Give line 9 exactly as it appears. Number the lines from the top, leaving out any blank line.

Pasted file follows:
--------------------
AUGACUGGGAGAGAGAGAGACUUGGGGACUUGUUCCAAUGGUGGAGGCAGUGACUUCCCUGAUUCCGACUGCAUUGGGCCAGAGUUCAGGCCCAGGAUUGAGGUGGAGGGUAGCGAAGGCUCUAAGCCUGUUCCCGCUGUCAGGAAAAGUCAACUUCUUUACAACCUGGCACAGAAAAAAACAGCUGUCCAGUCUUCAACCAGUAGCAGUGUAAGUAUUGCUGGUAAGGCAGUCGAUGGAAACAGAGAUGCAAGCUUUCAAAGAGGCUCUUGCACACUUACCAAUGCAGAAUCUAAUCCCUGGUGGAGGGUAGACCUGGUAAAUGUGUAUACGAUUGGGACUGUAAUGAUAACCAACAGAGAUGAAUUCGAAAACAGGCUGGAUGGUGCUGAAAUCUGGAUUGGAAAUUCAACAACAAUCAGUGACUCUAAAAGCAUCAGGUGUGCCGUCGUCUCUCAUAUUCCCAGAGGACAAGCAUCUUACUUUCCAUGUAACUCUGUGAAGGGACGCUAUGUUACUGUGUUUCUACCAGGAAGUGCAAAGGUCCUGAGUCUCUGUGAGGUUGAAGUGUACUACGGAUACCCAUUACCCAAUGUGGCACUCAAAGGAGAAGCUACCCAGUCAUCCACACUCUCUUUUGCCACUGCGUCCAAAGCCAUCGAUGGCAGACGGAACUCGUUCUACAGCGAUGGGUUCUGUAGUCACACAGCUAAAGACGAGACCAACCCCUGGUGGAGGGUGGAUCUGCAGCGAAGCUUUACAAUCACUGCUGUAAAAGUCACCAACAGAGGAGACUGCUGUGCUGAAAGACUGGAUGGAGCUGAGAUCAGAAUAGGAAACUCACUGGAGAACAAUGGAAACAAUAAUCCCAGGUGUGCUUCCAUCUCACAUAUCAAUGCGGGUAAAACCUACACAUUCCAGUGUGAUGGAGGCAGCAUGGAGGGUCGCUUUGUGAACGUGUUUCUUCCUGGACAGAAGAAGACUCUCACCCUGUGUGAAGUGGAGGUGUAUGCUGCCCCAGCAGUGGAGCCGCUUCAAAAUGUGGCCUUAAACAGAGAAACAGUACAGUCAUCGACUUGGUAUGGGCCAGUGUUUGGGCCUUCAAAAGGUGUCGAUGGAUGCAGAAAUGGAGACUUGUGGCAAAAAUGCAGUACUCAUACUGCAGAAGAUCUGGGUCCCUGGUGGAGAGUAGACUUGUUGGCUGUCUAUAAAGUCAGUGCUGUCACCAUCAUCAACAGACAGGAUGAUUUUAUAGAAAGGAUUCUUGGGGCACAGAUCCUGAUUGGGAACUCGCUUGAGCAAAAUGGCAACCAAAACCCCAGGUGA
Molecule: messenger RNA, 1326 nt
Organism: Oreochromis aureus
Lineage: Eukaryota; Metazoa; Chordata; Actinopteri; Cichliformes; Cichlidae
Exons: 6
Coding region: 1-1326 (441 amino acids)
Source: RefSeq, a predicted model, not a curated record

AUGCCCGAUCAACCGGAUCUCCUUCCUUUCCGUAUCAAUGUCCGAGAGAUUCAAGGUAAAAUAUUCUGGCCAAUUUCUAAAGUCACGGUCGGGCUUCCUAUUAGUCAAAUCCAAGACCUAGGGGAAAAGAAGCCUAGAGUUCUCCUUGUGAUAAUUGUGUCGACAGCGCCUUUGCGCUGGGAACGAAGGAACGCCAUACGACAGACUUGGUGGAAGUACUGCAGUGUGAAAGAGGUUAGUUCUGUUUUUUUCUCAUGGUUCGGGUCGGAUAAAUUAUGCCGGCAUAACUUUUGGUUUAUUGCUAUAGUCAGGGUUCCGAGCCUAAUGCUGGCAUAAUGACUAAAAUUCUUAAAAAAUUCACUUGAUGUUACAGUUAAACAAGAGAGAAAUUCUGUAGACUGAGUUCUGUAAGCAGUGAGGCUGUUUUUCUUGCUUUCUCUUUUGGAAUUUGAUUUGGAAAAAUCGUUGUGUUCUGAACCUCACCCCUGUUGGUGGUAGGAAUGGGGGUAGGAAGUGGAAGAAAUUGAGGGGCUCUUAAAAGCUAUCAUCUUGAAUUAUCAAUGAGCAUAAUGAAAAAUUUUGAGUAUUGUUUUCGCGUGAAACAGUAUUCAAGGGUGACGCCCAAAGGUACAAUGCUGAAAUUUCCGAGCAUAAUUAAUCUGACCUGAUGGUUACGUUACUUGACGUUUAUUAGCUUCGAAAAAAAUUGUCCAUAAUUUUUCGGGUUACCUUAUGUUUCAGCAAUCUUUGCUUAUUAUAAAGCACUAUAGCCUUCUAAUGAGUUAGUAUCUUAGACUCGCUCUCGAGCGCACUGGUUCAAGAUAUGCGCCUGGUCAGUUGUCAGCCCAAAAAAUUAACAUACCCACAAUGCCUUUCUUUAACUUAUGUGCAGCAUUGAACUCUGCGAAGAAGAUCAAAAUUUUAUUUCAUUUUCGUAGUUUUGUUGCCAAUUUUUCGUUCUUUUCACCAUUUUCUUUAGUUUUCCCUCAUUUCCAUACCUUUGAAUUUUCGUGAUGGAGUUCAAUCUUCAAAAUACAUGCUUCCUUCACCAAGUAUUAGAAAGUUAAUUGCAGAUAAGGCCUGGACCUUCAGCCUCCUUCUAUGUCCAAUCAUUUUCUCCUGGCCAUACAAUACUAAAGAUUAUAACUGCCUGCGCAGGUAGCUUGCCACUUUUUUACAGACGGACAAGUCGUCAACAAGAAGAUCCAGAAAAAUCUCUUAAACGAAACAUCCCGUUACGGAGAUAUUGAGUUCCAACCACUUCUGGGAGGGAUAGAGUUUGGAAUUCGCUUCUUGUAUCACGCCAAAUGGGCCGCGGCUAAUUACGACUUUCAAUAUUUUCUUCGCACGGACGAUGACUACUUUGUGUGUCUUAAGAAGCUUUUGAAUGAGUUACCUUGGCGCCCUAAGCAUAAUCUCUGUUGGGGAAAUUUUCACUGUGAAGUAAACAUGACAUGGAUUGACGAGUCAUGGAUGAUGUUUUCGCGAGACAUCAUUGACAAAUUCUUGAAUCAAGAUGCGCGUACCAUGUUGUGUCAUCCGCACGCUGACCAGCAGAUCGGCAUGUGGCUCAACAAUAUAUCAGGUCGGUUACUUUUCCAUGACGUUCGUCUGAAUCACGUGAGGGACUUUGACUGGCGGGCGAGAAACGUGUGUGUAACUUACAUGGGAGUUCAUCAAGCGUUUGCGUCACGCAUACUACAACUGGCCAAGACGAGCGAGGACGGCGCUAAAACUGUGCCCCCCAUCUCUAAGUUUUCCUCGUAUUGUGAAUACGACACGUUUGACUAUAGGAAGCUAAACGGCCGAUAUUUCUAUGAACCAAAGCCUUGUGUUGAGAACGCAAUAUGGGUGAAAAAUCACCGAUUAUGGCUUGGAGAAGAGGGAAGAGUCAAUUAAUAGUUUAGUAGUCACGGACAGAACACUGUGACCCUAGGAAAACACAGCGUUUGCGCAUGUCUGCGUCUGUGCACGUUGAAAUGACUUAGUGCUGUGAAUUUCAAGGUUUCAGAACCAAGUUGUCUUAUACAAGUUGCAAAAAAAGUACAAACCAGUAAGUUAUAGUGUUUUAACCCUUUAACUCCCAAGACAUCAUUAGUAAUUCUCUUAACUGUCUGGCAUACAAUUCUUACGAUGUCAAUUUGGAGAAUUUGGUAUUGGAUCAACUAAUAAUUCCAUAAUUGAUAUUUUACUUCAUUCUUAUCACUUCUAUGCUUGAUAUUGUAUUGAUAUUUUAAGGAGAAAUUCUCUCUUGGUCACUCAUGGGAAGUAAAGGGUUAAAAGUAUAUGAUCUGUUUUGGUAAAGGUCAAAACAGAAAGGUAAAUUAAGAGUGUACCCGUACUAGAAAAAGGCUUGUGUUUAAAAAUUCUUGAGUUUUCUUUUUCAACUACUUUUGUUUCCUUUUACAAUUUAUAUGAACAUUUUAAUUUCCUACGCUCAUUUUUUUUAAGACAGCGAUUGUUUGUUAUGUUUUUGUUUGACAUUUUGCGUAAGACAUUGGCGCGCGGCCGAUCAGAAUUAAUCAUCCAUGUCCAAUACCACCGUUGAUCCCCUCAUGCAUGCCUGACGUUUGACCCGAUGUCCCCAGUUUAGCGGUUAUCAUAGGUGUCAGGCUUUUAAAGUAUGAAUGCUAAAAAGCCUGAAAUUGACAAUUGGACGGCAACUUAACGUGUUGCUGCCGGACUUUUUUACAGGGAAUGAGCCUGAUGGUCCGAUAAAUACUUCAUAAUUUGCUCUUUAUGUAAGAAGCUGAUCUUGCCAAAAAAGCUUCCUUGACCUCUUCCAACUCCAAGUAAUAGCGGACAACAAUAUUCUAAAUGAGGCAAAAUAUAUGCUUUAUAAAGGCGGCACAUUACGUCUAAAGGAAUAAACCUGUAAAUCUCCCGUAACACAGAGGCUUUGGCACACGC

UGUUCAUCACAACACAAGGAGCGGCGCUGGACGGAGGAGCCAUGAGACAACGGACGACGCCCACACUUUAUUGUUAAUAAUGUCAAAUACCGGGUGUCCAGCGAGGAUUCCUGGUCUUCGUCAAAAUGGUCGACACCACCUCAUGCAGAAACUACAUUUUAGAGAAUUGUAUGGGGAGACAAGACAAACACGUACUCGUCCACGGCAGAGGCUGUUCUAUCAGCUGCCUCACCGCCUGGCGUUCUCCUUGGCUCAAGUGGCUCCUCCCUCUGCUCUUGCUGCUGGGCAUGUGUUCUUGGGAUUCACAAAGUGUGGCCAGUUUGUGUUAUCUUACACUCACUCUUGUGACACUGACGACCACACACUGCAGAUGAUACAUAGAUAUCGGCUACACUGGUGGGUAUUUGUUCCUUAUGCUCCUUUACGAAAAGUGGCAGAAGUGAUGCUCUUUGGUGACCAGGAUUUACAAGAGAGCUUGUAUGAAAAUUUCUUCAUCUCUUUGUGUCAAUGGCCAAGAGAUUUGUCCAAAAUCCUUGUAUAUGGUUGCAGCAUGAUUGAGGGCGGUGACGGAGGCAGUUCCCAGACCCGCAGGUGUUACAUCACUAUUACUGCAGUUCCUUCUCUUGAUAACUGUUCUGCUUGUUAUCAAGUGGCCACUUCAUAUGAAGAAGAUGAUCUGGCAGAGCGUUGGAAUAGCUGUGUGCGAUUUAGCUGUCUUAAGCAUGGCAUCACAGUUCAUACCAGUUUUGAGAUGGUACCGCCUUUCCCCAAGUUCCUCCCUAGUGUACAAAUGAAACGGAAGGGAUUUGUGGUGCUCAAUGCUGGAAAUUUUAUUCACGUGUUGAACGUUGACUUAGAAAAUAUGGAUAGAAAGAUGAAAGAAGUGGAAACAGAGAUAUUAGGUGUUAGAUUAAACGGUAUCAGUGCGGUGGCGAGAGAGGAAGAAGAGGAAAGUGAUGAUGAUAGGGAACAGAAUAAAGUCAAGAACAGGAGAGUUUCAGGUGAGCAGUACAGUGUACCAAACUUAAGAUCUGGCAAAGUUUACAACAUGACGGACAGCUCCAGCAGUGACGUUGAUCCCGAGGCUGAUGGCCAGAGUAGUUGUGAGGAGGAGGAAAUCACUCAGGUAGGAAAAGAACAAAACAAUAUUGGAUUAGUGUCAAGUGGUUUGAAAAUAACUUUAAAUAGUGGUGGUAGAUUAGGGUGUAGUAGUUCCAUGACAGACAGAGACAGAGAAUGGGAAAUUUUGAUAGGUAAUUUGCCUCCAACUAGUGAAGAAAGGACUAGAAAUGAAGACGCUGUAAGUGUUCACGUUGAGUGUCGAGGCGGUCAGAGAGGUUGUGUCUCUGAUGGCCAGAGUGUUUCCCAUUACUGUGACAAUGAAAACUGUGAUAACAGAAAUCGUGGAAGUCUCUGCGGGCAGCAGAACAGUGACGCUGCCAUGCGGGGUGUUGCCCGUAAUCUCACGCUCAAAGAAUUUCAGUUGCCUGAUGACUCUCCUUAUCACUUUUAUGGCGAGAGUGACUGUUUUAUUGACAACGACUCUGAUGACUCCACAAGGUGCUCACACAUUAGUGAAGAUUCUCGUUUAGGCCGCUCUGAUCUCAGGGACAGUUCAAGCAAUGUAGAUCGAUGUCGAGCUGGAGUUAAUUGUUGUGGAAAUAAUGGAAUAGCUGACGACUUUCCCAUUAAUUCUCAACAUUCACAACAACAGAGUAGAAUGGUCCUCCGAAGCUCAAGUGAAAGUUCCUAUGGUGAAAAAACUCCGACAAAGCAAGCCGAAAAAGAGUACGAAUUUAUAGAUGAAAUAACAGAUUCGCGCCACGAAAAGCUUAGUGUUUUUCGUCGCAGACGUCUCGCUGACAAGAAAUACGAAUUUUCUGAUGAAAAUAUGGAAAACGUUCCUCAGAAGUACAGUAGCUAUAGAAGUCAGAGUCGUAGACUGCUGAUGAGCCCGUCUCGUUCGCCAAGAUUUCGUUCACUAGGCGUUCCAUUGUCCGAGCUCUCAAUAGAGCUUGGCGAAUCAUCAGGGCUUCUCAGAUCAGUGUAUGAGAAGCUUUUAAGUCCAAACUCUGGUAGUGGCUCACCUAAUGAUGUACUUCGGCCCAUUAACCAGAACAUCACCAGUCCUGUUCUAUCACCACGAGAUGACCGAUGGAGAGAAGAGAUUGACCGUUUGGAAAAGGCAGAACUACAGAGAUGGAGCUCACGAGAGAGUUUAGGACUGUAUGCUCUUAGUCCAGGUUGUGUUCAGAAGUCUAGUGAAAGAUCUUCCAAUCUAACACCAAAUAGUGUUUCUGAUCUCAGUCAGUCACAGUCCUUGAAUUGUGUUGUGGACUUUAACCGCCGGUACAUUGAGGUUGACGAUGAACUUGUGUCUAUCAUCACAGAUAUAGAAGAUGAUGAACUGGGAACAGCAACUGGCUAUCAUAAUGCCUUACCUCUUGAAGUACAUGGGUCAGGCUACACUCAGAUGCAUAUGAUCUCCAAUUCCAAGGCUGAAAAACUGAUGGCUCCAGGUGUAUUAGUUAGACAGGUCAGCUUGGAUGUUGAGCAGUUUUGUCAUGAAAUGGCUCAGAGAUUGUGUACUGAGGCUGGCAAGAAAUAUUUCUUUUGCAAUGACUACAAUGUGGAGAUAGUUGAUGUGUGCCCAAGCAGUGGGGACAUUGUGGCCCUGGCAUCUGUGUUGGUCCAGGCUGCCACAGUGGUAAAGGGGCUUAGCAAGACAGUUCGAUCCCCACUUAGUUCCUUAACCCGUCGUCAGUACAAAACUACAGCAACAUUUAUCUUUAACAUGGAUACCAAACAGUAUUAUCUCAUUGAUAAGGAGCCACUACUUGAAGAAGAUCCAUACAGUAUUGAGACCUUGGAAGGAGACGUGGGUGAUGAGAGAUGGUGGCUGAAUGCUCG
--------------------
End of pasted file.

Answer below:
UGUUCAUCACAACACAAGGAGCGGCGCUGGACGGAGGAGCCAUGAGACAACGGACGACGCCCACACUUUAUUGUUAAUAAUGUCAAAUACCGGGUGUCCAGCGAGGAUUCCUGGUCUUCGUCAAAAUGGUCGACACCACCUCAUGCAGAAACUACAUUUUAGAGAAUUGUAUGGGGAGACAAGACAAACACGUACUCGUCCACGGCAGAGGCUGUUCUAUCAGCUGCCUCACCGCCUGGCGUUCUCCUUGGCUCAAGUGGCUCCUCCCUCUGCUCUUGCUGCUGGGCAUGUGUUCUUGGGAUUCACAAAGUGUGGCCAGUUUGUGUUAUCUUACACUCACUCUUGUGACACUGACGACCACACACUGCAGAUGAUACAUAGAUAUCGGCUACACUGGUGGGUAUUUGUUCCUUAUGCUCCUUUACGAAAAGUGGCAGAAGUGAUGCUCUUUGGUGACCAGGAUUUACAAGAGAGCUUGUAUGAAAAUUUCUUCAUCUCUUUGUGUCAAUGGCCAAGAGAUUUGUCCAAAAUCCUUGUAUAUGGUUGCAGCAUGAUUGAGGGCGGUGACGGAGGCAGUUCCCAGACCCGCAGGUGUUACAUCACUAUUACUGCAGUUCCUUCUCUUGAUAACUGUUCUGCUUGUUAUCAAGUGGCCACUUCAUAUGAAGAAGAUGAUCUGGCAGAGCGUUGGAAUAGCUGUGUGCGAUUUAGCUGUCUUAAGCAUGGCAUCACAGUUCAUACCAGUUUUGAGAUGGUACCGCCUUUCCCCAAGUUCCUCCCUAGUGUACAAAUGAAACGGAAGGGAUUUGUGGUGCUCAAUGCUGGAAAUUUUAUUCACGUGUUGAACGUUGACUUAGAAAAUAUGGAUAGAAAGAUGAAAGAAGUGGAAACAGAGAUAUUAGGUGUUAGAUUAAACGGUAUCAGUGCGGUGGCGAGAGAGGAAGAAGAGGAAAGUGAUGAUGAUAGGGAACAGAAUAAAGUCAAGAACAGGAGAGUUUCAGGUGAGCAGUACAGUGUACCAAACUUAAGAUCUGGCAAAGUUUACAACAUGACGGACAGCUCCAGCAGUGACGUUGAUCCCGAGGCUGAUGGCCAGAGUAGUUGUGAGGAGGAGGAAAUCACUCAGGUAGGAAAAGAACAAAACAAUAUUGGAUUAGUGUCAAGUGGUUUGAAAAUAACUUUAAAUAGUGGUGGUAGAUUAGGGUGUAGUAGUUCCAUGACAGACAGAGACAGAGAAUGGGAAAUUUUGAUAGGUAAUUUGCCUCCAACUAGUGAAGAAAGGACUAGAAAUGAAGACGCUGUAAGUGUUCACGUUGAGUGUCGAGGCGGUCAGAGAGGUUGUGUCUCUGAUGGCCAGAGUGUUUCCCAUUACUGUGACAAUGAAAACUGUGAUAACAGAAAUCGUGGAAGUCUCUGCGGGCAGCAGAACAGUGACGCUGCCAUGCGGGGUGUUGCCCGUAAUCUCACGCUCAAAGAAUUUCAGUUGCCUGAUGACUCUCCUUAUCACUUUUAUGGCGAGAGUGACUGUUUUAUUGACAACGACUCUGAUGACUCCACAAGGUGCUCACACAUUAGUGAAGAUUCUCGUUUAGGCCGCUCUGAUCUCAGGGACAGUUCAAGCAAUGUAGAUCGAUGUCGAGCUGGAGUUAAUUGUUGUGGAAAUAAUGGAAUAGCUGACGACUUUCCCAUUAAUUCUCAACAUUCACAACAACAGAGUAGAAUGGUCCUCCGAAGCUCAAGUGAAAGUUCCUAUGGUGAAAAAACUCCGACAAAGCAAGCCGAAAAAGAGUACGAAUUUAUAGAUGAAAUAACAGAUUCGCGCCACGAAAAGCUUAGUGUUUUUCGUCGCAGACGUCUCGCUGACAAGAAAUACGAAUUUUCUGAUGAAAAUAUGGAAAACGUUCCUCAGAAGUACAGUAGCUAUAGAAGUCAGAGUCGUAGACUGCUGAUGAGCCCGUCUCGUUCGCCAAGAUUUCGUUCACUAGGCGUUCCAUUGUCCGAGCUCUCAAUAGAGCUUGGCGAAUCAUCAGGGCUUCUCAGAUCAGUGUAUGAGAAGCUUUUAAGUCCAAACUCUGGUAGUGGCUCACCUAAUGAUGUACUUCGGCCCAUUAACCAGAACAUCACCAGUCCUGUUCUAUCACCACGAGAUGACCGAUGGAGAGAAGAGAUUGACCGUUUGGAAAAGGCAGAACUACAGAGAUGGAGCUCACGAGAGAGUUUAGGACUGUAUGCUCUUAGUCCAGGUUGUGUUCAGAAGUCUAGUGAAAGAUCUUCCAAUCUAACACCAAAUAGUGUUUCUGAUCUCAGUCAGUCACAGUCCUUGAAUUGUGUUGUGGACUUUAACCGCCGGUACAUUGAGGUUGACGAUGAACUUGUGUCUAUCAUCACAGAUAUAGAAGAUGAUGAACUGGGAACAGCAACUGGCUAUCAUAAUGCCUUACCUCUUGAAGUACAUGGGUCAGGCUACACUCAGAUGCAUAUGAUCUCCAAUUCCAAGGCUGAAAAACUGAUGGCUCCAGGUGUAUUAGUUAGACAGGUCAGCUUGGAUGUUGAGCAGUUUUGUCAUGAAAUGGCUCAGAGAUUGUGUACUGAGGCUGGCAAGAAAUAUUUCUUUUGCAAUGACUACAAUGUGGAGAUAGUUGAUGUGUGCCCAAGCAGUGGGGACAUUGUGGCCCUGGCAUCUGUGUUGGUCCAGGCUGCCACAGUGGUAAAGGGGCUUAGCAAGACAGUUCGAUCCCCACUUAGUUCCUUAACCCGUCGUCAGUACAAAACUACAGCAACAUUUAUCUUUAACAUGGAUACCAAACAGUAUUAUCUCAUUGAUAAGGAGCCACUACUUGAAGAAGAUCCAUACAGUAUUGAGACCUUGGAAGGAGACGUGGGUGAUGAGAGAUGGUGGCUGAAUGCUCG